I've been fascinated to see how many people on a variety of e-reading devices like the auto scrolls; they make me a little sea-sick.

Chante
07-07-2010, 12:50 AM
Yeah, that sample size is too small.

The study also didn't include the nook, which is the e-reader that I recently purchased. It very well may take me longer to read on it, because instead of clicking, I can swipe at the nook to change the page. Unfortunately, sometimes I swipe to quickly, too slowly, or forget that swiping won't work because the lower touch screen is on. (Yeah, I don't get that either.) Others have covered the page refresh time, but I just wanted to throw another possible issue out there.

Smish
07-07-2010, 01:03 AM
I do read more slowly, but it's a different sort of reading.

When I read a physical book, I usually dedicate a full day to nothing but reading. I park myself on a porch swing or in a cozy chair, and just read for enjoyment.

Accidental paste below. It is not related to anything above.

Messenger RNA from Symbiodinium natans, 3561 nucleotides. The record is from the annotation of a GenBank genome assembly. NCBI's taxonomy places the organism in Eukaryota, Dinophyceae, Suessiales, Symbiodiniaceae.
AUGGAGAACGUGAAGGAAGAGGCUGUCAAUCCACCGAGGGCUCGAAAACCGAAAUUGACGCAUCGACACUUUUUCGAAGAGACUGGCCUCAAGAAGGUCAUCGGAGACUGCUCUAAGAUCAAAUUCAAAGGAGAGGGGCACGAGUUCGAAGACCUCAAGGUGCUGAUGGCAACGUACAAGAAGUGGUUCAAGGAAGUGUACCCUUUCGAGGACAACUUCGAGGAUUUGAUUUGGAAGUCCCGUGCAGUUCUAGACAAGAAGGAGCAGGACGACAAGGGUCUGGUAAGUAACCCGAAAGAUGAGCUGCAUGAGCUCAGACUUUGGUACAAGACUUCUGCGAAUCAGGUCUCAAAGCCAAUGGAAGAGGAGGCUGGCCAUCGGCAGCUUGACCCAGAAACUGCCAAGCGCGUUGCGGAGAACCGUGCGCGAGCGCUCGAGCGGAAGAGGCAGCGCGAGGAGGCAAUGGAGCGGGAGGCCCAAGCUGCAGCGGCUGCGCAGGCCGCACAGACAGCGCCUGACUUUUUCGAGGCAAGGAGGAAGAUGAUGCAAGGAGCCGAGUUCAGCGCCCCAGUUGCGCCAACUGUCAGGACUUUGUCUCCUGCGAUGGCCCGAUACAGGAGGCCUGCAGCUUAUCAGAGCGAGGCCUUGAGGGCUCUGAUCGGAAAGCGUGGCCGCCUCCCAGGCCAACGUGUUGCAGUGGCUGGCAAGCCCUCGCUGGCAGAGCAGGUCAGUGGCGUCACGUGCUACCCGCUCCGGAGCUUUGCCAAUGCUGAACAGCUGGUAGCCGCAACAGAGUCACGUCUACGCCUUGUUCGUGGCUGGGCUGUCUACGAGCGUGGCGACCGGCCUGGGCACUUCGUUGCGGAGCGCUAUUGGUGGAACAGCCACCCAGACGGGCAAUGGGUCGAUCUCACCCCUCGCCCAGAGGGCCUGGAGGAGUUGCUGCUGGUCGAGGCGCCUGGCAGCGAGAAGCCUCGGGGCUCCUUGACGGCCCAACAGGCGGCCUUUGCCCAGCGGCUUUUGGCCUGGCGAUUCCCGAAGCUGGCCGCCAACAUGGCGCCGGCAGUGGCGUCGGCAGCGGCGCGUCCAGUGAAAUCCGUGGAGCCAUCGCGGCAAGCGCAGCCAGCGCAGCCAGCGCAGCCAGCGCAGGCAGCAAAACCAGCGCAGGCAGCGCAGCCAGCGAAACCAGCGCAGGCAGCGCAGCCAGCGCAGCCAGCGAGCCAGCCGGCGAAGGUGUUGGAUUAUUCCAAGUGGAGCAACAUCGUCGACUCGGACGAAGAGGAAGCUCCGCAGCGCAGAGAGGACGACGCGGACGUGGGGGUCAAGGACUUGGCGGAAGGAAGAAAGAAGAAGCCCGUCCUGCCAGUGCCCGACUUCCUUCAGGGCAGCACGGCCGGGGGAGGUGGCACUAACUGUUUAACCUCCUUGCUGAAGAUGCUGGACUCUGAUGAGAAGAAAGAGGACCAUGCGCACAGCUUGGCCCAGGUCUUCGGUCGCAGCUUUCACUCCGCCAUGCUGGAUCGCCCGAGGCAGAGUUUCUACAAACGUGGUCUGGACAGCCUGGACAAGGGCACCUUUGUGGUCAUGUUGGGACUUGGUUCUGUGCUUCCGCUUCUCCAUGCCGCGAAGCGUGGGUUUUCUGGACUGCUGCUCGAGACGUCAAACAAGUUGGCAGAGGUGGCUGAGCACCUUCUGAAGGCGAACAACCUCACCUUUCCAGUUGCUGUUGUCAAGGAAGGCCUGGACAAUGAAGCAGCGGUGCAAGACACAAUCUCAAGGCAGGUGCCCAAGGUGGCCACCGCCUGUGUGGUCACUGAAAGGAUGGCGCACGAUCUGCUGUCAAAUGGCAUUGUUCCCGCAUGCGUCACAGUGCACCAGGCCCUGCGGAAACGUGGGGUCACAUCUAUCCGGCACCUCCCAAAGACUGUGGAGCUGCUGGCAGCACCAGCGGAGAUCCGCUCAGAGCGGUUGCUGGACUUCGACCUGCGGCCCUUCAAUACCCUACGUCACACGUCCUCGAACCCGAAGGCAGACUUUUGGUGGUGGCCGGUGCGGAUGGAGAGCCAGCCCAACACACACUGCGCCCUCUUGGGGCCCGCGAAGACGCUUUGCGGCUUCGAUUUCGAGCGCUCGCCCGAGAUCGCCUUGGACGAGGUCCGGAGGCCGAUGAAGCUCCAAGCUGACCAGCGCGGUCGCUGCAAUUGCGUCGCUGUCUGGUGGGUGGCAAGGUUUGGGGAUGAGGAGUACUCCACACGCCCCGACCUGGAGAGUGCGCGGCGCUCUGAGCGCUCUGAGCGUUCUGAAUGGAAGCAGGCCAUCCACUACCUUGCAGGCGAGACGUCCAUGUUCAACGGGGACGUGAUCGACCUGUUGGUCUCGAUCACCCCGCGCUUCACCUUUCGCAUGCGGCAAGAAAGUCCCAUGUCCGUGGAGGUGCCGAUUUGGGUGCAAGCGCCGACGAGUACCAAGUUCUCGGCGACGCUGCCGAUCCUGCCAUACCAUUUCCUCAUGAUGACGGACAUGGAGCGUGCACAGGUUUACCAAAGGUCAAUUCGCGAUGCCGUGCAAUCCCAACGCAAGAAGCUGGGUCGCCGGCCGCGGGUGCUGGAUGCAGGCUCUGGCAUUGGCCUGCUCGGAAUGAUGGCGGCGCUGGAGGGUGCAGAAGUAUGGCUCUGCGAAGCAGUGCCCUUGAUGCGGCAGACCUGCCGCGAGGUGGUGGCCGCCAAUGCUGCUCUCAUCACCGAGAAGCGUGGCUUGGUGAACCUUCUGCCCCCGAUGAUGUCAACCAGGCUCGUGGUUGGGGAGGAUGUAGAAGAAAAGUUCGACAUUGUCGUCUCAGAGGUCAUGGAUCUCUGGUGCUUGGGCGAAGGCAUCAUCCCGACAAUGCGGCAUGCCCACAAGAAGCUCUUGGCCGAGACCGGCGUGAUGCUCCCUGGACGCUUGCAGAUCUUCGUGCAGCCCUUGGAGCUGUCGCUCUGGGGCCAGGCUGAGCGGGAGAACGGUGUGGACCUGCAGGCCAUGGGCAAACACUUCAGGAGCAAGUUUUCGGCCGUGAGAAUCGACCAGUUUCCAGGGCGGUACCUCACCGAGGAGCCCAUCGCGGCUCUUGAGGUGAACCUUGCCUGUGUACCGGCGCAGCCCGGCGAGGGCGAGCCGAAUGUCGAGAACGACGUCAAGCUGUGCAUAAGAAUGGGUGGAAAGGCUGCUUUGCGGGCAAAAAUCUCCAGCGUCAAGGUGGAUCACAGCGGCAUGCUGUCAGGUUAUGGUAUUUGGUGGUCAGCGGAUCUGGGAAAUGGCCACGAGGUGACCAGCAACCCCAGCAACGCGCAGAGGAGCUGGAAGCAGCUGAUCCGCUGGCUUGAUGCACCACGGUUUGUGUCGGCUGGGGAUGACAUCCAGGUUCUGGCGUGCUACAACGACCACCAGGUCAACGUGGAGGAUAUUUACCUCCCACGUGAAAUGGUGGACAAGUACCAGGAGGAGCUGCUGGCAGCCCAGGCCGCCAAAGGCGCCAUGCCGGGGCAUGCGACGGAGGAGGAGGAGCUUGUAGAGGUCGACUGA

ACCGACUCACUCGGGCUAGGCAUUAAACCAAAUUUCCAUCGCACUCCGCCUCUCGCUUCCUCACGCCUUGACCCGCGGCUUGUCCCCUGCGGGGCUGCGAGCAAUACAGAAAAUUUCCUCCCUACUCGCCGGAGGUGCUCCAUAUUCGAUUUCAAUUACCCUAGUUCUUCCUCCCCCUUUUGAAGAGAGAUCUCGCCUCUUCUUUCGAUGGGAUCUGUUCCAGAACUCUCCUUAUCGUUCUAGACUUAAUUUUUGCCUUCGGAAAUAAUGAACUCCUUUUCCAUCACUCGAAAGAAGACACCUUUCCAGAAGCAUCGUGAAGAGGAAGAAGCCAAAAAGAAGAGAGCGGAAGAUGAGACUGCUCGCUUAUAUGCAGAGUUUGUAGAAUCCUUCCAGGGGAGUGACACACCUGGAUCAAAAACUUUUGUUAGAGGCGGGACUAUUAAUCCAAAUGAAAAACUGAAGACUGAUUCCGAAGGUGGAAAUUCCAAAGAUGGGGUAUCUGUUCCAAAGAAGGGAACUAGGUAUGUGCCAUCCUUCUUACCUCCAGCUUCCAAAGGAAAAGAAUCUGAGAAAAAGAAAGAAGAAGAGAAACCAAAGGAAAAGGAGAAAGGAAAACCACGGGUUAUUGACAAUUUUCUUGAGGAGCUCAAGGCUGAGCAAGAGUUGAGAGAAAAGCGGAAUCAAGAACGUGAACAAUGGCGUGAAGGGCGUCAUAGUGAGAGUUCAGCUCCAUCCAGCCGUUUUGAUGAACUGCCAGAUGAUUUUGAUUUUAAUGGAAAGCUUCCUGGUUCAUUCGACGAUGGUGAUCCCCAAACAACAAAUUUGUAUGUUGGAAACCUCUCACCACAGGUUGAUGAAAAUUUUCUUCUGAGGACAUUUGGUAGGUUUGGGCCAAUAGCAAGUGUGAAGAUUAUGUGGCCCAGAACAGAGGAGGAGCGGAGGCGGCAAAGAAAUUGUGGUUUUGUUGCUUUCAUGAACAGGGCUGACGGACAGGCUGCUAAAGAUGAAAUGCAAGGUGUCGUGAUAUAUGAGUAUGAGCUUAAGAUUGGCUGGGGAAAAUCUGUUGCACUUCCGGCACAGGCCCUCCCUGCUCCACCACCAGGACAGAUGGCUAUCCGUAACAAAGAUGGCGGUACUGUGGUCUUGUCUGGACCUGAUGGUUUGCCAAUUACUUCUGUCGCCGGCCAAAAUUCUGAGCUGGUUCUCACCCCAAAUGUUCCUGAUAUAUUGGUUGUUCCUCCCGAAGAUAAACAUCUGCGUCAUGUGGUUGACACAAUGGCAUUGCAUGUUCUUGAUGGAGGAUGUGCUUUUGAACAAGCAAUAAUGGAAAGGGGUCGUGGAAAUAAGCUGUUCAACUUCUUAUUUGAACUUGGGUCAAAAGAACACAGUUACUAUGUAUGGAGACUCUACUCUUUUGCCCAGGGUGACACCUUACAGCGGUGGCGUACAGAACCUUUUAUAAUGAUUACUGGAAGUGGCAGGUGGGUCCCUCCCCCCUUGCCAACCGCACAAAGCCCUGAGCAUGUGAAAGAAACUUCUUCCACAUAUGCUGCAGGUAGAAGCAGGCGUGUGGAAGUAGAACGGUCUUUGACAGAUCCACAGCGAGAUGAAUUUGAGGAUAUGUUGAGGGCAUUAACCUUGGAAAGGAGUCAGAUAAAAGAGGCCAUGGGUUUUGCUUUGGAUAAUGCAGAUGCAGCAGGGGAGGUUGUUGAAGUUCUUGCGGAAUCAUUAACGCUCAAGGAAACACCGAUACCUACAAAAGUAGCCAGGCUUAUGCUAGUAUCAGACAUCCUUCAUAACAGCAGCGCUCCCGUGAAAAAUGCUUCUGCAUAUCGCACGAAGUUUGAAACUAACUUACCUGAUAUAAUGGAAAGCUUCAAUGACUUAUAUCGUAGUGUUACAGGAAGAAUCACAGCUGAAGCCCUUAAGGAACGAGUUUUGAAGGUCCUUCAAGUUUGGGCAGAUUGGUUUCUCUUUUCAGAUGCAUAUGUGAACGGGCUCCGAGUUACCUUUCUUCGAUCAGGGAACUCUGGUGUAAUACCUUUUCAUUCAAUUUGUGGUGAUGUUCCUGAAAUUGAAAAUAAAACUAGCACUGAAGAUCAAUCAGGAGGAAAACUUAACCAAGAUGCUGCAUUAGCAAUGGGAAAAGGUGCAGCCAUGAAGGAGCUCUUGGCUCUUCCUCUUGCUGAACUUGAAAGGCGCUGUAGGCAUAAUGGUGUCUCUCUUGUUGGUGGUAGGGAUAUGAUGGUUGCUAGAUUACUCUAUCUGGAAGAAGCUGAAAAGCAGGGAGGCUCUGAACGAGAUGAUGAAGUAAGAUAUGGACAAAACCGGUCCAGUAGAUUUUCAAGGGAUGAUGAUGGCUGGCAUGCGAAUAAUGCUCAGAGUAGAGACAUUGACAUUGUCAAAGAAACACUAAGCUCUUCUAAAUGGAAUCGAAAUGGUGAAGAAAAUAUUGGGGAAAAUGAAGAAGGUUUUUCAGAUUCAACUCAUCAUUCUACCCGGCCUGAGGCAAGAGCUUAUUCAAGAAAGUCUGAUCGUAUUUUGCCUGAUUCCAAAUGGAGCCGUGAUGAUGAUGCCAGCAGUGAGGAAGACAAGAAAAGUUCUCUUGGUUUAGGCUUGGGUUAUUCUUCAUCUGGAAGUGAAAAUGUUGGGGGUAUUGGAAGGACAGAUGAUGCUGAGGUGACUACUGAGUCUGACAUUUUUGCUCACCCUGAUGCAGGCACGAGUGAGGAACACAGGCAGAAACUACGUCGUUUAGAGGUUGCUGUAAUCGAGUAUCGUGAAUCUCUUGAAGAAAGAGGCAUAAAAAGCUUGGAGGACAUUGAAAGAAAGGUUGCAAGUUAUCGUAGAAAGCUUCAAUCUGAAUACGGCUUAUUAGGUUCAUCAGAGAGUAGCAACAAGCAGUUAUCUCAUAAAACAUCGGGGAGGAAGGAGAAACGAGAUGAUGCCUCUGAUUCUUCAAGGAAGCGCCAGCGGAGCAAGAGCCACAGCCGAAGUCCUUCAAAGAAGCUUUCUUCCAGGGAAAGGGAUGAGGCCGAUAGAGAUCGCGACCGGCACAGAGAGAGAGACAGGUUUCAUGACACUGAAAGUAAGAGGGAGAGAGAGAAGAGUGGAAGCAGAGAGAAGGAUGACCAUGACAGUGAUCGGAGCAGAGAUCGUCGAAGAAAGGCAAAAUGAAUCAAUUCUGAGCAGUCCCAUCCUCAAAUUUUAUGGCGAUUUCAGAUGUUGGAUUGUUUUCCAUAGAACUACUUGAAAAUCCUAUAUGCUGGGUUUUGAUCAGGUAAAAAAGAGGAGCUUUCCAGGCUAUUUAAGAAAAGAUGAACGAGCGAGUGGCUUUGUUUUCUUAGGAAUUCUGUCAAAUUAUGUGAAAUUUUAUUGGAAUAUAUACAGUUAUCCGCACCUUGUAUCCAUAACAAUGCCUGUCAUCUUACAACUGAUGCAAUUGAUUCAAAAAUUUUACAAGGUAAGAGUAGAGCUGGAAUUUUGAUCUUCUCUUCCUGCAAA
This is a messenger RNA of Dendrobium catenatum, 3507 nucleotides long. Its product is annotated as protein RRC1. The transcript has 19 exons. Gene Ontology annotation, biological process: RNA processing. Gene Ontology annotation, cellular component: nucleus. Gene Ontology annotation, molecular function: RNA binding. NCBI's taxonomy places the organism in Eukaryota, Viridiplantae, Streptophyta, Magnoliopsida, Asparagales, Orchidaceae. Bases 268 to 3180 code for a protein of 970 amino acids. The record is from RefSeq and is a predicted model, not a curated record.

When I read iBooks, I'm only reading here and there, as I have time throughout the day -- between meetings, on the bus, etc.

I know lots of people can cuddle up with their e-reader and read a full book, but I haven't made it to that point, yet. :)

Shadow_Ferret
07-07-2010, 01:08 AM
This is so weird. I don't think I read any differently on my PC than I do with a real book. The only difference is, I can take my book EVERYWHERE I go and not worry about leaving it out on the blanket while I take a swim and coming back and finding it gone.

Jamesaritchie
07-07-2010, 05:57 PM
I have no doubt at all that this survey is accurate. It takes me forever to read a book on Kindle.

Elhrrah
07-07-2010, 06:22 PM
I read digital media slower than print; never tried it with digital paper though.